Police Chief Credits District Patrols In Reducing Raleigh Crime
Posted May 6, 2003
RALEIGH, N.C. — Crime is dropping in Raleigh and police chief Jane Perlov said her new district plan is a big reason why.
Three months into Raleigh's new system, reported crime is down in every major category -- 13 percent overall compared with the first three months of 2002. The biggest decrease: burgularies are down 23 percent compared to the same time last year.
"I'm really proud of the work our districts are doing, and I think they're the cause of this happening," Perlov said.
With districts, police map out where crime happens, then dedicate officers based on computer-generated statistics. That did not happen before the district system was put in place.
"There was nothing taylored to individual neighborhoods. We have a lot of neighborhoods in this city which require different tactics and strategies," Perlov said.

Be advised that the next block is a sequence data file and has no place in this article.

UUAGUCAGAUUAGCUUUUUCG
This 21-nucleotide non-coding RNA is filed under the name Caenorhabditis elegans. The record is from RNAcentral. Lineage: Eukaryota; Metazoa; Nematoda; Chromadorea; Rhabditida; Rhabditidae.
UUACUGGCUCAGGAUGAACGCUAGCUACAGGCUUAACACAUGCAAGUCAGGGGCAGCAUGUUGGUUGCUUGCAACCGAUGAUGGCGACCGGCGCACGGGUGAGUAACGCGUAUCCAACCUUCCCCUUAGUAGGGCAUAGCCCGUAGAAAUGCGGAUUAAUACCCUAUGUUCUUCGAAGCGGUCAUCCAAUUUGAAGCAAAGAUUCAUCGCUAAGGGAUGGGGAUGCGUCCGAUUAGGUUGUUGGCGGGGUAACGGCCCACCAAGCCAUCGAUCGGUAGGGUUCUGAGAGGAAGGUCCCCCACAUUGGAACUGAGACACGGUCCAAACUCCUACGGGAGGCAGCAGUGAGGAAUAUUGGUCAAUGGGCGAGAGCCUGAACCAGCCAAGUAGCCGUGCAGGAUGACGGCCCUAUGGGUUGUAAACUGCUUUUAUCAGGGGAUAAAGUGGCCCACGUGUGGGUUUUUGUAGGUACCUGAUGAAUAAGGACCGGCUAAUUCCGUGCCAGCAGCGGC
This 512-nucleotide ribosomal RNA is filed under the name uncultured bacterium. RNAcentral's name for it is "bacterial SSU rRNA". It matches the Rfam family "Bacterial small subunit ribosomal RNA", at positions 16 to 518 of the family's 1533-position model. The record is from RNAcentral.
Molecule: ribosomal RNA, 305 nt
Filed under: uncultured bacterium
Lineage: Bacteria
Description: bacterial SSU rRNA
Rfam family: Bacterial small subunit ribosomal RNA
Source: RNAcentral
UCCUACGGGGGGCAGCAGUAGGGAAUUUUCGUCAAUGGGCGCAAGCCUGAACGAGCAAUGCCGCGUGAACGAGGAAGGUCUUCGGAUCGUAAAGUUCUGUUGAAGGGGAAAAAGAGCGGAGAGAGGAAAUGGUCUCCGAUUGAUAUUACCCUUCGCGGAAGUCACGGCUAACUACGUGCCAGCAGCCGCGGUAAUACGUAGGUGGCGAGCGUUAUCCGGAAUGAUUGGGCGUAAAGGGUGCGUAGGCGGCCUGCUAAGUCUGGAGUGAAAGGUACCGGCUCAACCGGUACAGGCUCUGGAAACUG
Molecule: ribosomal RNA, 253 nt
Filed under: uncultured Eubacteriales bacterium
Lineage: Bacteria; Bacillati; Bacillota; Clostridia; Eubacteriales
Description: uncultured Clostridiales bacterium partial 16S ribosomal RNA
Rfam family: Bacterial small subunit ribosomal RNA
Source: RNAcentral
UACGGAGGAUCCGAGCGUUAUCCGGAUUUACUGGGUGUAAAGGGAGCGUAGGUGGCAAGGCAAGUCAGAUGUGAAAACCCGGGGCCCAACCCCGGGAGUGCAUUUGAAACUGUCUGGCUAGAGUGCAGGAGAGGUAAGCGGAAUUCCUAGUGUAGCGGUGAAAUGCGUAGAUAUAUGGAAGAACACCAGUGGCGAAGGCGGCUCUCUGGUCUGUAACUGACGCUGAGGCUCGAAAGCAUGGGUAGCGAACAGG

Before the districts, officers would jump into their cars and patrolled the city. Perlov said it was not effective.
"I have a very simple philosophy that random patrol does bring about random results," she said.
Southeast Raleigh resident Tyler Toulon likes the changes he has seen so far. He saids he hopes the effort will continue and expand.
"There's more presence of police and the police get closer to the community," he said. "It would help if there were more policemen walking the streets or maybe riding their bicycles."
Police primarily do bike and foot patrols downtown. Perlov said creative ideas will keep the department moving forward, and keep crime moving back.